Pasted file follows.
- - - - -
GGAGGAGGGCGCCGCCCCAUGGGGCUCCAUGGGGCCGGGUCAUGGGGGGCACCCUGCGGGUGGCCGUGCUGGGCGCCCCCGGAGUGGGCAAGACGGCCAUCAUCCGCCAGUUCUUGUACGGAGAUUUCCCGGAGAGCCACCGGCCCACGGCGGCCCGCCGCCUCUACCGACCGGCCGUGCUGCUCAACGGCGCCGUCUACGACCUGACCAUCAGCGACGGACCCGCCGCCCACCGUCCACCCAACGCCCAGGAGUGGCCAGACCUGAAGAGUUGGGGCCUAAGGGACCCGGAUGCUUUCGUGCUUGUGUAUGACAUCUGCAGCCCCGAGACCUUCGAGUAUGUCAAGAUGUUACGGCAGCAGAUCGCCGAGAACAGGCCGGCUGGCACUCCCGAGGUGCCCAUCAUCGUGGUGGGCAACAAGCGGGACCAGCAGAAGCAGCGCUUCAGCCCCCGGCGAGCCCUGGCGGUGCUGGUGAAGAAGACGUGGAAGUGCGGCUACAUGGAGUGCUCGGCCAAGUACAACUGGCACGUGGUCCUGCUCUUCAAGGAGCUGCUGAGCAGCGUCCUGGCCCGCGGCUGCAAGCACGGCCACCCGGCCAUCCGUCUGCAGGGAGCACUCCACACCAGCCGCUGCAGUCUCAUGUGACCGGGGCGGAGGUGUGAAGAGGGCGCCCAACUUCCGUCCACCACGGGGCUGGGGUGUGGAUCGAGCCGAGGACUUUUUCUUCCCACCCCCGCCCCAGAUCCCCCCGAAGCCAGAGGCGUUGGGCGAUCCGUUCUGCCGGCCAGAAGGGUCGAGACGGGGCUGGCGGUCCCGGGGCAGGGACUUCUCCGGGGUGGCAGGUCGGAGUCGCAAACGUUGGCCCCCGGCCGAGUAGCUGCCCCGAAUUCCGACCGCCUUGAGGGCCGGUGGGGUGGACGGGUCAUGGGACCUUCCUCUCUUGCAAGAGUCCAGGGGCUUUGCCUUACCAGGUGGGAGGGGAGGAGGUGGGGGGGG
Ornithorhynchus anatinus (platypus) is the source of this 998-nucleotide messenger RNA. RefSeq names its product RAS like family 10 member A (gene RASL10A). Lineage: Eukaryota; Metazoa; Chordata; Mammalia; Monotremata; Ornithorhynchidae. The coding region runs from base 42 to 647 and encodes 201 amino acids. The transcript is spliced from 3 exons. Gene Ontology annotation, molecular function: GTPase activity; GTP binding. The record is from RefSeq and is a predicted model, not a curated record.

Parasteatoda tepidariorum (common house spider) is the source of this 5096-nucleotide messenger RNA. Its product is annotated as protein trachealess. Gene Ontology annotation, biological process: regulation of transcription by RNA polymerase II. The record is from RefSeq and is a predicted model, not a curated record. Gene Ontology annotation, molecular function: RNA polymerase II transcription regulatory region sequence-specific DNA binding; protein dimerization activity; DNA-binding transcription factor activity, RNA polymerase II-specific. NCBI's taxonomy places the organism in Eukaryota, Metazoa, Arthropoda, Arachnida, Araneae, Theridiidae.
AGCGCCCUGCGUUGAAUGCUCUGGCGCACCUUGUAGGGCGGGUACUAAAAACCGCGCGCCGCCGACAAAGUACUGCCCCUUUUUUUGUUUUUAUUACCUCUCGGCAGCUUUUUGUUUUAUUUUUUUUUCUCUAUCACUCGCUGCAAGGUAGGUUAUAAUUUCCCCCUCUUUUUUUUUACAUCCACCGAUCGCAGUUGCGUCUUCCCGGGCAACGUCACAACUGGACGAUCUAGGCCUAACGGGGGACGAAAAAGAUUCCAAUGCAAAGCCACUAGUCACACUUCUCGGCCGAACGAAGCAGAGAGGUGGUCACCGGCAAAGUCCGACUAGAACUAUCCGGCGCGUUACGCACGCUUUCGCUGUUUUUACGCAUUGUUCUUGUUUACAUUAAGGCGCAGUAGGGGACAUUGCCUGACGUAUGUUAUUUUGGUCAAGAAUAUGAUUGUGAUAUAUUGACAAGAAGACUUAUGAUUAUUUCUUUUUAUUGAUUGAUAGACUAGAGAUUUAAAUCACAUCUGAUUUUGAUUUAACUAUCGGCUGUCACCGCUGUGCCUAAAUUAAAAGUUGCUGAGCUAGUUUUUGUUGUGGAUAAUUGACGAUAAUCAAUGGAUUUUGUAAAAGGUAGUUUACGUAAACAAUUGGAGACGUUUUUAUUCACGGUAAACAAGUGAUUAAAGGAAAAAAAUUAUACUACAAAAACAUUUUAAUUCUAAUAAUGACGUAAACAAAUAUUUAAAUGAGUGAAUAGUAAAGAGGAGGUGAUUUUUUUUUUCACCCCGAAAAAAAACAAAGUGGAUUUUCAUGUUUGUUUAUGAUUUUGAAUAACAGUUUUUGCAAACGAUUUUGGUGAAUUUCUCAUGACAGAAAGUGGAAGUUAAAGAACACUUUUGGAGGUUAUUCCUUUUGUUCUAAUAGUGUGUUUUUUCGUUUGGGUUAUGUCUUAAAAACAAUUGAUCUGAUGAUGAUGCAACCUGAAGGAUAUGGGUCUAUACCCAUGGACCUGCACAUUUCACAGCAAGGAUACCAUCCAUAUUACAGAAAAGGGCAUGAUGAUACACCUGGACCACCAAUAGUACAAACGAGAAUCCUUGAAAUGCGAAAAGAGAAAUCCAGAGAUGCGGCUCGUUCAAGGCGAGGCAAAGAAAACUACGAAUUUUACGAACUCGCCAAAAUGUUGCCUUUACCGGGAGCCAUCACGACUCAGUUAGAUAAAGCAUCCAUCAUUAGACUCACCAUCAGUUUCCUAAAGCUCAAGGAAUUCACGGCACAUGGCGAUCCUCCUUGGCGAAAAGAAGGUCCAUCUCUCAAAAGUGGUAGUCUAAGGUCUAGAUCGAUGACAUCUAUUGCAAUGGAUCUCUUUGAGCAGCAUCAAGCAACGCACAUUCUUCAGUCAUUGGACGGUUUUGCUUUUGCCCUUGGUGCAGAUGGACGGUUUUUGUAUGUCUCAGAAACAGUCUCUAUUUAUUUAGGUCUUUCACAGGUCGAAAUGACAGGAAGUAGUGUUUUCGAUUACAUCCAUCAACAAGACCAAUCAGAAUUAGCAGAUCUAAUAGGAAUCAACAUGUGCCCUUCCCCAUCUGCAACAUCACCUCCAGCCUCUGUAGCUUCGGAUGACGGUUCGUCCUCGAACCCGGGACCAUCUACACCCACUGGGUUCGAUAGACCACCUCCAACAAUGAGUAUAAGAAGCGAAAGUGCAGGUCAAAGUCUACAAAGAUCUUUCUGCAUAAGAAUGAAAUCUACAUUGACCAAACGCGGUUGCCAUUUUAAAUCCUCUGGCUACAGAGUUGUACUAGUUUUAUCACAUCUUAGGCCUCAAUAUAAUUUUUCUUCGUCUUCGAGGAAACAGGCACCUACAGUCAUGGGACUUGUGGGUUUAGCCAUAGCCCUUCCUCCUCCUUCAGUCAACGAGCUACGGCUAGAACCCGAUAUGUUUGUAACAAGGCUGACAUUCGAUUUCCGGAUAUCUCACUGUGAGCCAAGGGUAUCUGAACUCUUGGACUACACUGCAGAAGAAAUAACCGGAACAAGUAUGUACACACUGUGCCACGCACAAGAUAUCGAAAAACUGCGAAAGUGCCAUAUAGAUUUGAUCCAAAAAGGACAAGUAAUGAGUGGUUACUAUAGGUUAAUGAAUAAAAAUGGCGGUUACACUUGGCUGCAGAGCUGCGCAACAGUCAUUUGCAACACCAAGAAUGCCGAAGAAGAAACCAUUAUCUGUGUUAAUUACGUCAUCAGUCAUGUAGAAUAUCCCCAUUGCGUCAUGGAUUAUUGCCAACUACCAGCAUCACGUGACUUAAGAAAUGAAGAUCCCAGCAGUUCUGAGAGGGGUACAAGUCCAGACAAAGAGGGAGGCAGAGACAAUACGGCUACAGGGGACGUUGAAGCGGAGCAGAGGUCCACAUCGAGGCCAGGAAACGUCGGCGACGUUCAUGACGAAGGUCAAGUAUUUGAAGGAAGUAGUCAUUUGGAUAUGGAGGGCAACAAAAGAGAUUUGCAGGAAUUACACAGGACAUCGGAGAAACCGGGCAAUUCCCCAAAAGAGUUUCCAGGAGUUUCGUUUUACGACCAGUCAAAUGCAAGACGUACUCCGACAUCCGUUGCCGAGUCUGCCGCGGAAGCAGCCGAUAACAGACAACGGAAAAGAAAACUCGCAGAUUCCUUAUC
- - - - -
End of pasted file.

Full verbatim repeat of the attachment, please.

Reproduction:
GGAGGAGGGCGCCGCCCCAUGGGGCUCCAUGGGGCCGGGUCAUGGGGGGCACCCUGCGGGUGGCCGUGCUGGGCGCCCCCGGAGUGGGCAAGACGGCCAUCAUCCGCCAGUUCUUGUACGGAGAUUUCCCGGAGAGCCACCGGCCCACGGCGGCCCGCCGCCUCUACCGACCGGCCGUGCUGCUCAACGGCGCCGUCUACGACCUGACCAUCAGCGACGGACCCGCCGCCCACCGUCCACCCAACGCCCAGGAGUGGCCAGACCUGAAGAGUUGGGGCCUAAGGGACCCGGAUGCUUUCGUGCUUGUGUAUGACAUCUGCAGCCCCGAGACCUUCGAGUAUGUCAAGAUGUUACGGCAGCAGAUCGCCGAGAACAGGCCGGCUGGCACUCCCGAGGUGCCCAUCAUCGUGGUGGGCAACAAGCGGGACCAGCAGAAGCAGCGCUUCAGCCCCCGGCGAGCCCUGGCGGUGCUGGUGAAGAAGACGUGGAAGUGCGGCUACAUGGAGUGCUCGGCCAAGUACAACUGGCACGUGGUCCUGCUCUUCAAGGAGCUGCUGAGCAGCGUCCUGGCCCGCGGCUGCAAGCACGGCCACCCGGCCAUCCGUCUGCAGGGAGCACUCCACACCAGCCGCUGCAGUCUCAUGUGACCGGGGCGGAGGUGUGAAGAGGGCGCCCAACUUCCGUCCACCACGGGGCUGGGGUGUGGAUCGAGCCGAGGACUUUUUCUUCCCACCCCCGCCCCAGAUCCCCCCGAAGCCAGAGGCGUUGGGCGAUCCGUUCUGCCGGCCAGAAGGGUCGAGACGGGGCUGGCGGUCCCGGGGCAGGGACUUCUCCGGGGUGGCAGGUCGGAGUCGCAAACGUUGGCCCCCGGCCGAGUAGCUGCCCCGAAUUCCGACCGCCUUGAGGGCCGGUGGGGUGGACGGGUCAUGGGACCUUCCUCUCUUGCAAGAGUCCAGGGGCUUUGCCUUACCAGGUGGGAGGGGAGGAGGUGGGGGGGG
Ornithorhynchus anatinus (platypus) is the source of this 998-nucleotide messenger RNA. RefSeq names its product RAS like family 10 member A (gene RASL10A). Lineage: Eukaryota; Metazoa; Chordata; Mammalia; Monotremata; Ornithorhynchidae. The coding region runs from base 42 to 647 and encodes 201 amino acids. The transcript is spliced from 3 exons. Gene Ontology annotation, molecular function: GTPase activity; GTP binding. The record is from RefSeq and is a predicted model, not a curated record.

Parasteatoda tepidariorum (common house spider) is the source of this 5096-nucleotide messenger RNA. Its product is annotated as protein trachealess. Gene Ontology annotation, biological process: regulation of transcription by RNA polymerase II. The record is from RefSeq and is a predicted model, not a curated record. Gene Ontology annotation, molecular function: RNA polymerase II transcription regulatory region sequence-specific DNA binding; protein dimerization activity; DNA-binding transcription factor activity, RNA polymerase II-specific. NCBI's taxonomy places the organism in Eukaryota, Metazoa, Arthropoda, Arachnida, Araneae, Theridiidae.
AGCGCCCUGCGUUGAAUGCUCUGGCGCACCUUGUAGGGCGGGUACUAAAAACCGCGCGCCGCCGACAAAGUACUGCCCCUUUUUUUGUUUUUAUUACCUCUCGGCAGCUUUUUGUUUUAUUUUUUUUUCUCUAUCACUCGCUGCAAGGUAGGUUAUAAUUUCCCCCUCUUUUUUUUUACAUCCACCGAUCGCAGUUGCGUCUUCCCGGGCAACGUCACAACUGGACGAUCUAGGCCUAACGGGGGACGAAAAAGAUUCCAAUGCAAAGCCACUAGUCACACUUCUCGGCCGAACGAAGCAGAGAGGUGGUCACCGGCAAAGUCCGACUAGAACUAUCCGGCGCGUUACGCACGCUUUCGCUGUUUUUACGCAUUGUUCUUGUUUACAUUAAGGCGCAGUAGGGGACAUUGCCUGACGUAUGUUAUUUUGGUCAAGAAUAUGAUUGUGAUAUAUUGACAAGAAGACUUAUGAUUAUUUCUUUUUAUUGAUUGAUAGACUAGAGAUUUAAAUCACAUCUGAUUUUGAUUUAACUAUCGGCUGUCACCGCUGUGCCUAAAUUAAAAGUUGCUGAGCUAGUUUUUGUUGUGGAUAAUUGACGAUAAUCAAUGGAUUUUGUAAAAGGUAGUUUACGUAAACAAUUGGAGACGUUUUUAUUCACGGUAAACAAGUGAUUAAAGGAAAAAAAUUAUACUACAAAAACAUUUUAAUUCUAAUAAUGACGUAAACAAAUAUUUAAAUGAGUGAAUAGUAAAGAGGAGGUGAUUUUUUUUUUCACCCCGAAAAAAAACAAAGUGGAUUUUCAUGUUUGUUUAUGAUUUUGAAUAACAGUUUUUGCAAACGAUUUUGGUGAAUUUCUCAUGACAGAAAGUGGAAGUUAAAGAACACUUUUGGAGGUUAUUCCUUUUGUUCUAAUAGUGUGUUUUUUCGUUUGGGUUAUGUCUUAAAAACAAUUGAUCUGAUGAUGAUGCAACCUGAAGGAUAUGGGUCUAUACCCAUGGACCUGCACAUUUCACAGCAAGGAUACCAUCCAUAUUACAGAAAAGGGCAUGAUGAUACACCUGGACCACCAAUAGUACAAACGAGAAUCCUUGAAAUGCGAAAAGAGAAAUCCAGAGAUGCGGCUCGUUCAAGGCGAGGCAAAGAAAACUACGAAUUUUACGAACUCGCCAAAAUGUUGCCUUUACCGGGAGCCAUCACGACUCAGUUAGAUAAAGCAUCCAUCAUUAGACUCACCAUCAGUUUCCUAAAGCUCAAGGAAUUCACGGCACAUGGCGAUCCUCCUUGGCGAAAAGAAGGUCCAUCUCUCAAAAGUGGUAGUCUAAGGUCUAGAUCGAUGACAUCUAUUGCAAUGGAUCUCUUUGAGCAGCAUCAAGCAACGCACAUUCUUCAGUCAUUGGACGGUUUUGCUUUUGCCCUUGGUGCAGAUGGACGGUUUUUGUAUGUCUCAGAAACAGUCUCUAUUUAUUUAGGUCUUUCACAGGUCGAAAUGACAGGAAGUAGUGUUUUCGAUUACAUCCAUCAACAAGACCAAUCAGAAUUAGCAGAUCUAAUAGGAAUCAACAUGUGCCCUUCCCCAUCUGCAACAUCACCUCCAGCCUCUGUAGCUUCGGAUGACGGUUCGUCCUCGAACCCGGGACCAUCUACACCCACUGGGUUCGAUAGACCACCUCCAACAAUGAGUAUAAGAAGCGAAAGUGCAGGUCAAAGUCUACAAAGAUCUUUCUGCAUAAGAAUGAAAUCUACAUUGACCAAACGCGGUUGCCAUUUUAAAUCCUCUGGCUACAGAGUUGUACUAGUUUUAUCACAUCUUAGGCCUCAAUAUAAUUUUUCUUCGUCUUCGAGGAAACAGGCACCUACAGUCAUGGGACUUGUGGGUUUAGCCAUAGCCCUUCCUCCUCCUUCAGUCAACGAGCUACGGCUAGAACCCGAUAUGUUUGUAACAAGGCUGACAUUCGAUUUCCGGAUAUCUCACUGUGAGCCAAGGGUAUCUGAACUCUUGGACUACACUGCAGAAGAAAUAACCGGAACAAGUAUGUACACACUGUGCCACGCACAAGAUAUCGAAAAACUGCGAAAGUGCCAUAUAGAUUUGAUCCAAAAAGGACAAGUAAUGAGUGGUUACUAUAGGUUAAUGAAUAAAAAUGGCGGUUACACUUGGCUGCAGAGCUGCGCAACAGUCAUUUGCAACACCAAGAAUGCCGAAGAAGAAACCAUUAUCUGUGUUAAUUACGUCAUCAGUCAUGUAGAAUAUCCCCAUUGCGUCAUGGAUUAUUGCCAACUACCAGCAUCACGUGACUUAAGAAAUGAAGAUCCCAGCAGUUCUGAGAGGGGUACAAGUCCAGACAAAGAGGGAGGCAGAGACAAUACGGCUACAGGGGACGUUGAAGCGGAGCAGAGGUCCACAUCGAGGCCAGGAAACGUCGGCGACGUUCAUGACGAAGGUCAAGUAUUUGAAGGAAGUAGUCAUUUGGAUAUGGAGGGCAACAAAAGAGAUUUGCAGGAAUUACACAGGACAUCGGAGAAACCGGGCAAUUCCCCAAAAGAGUUUCCAGGAGUUUCGUUUUACGACCAGUCAAAUGCAAGACGUACUCCGACAUCCGUUGCCGAGUCUGCCGCGGAAGCAGCCGAUAACAGACAACGGAAAAGAAAACUCGCAGAUUCCUUAUC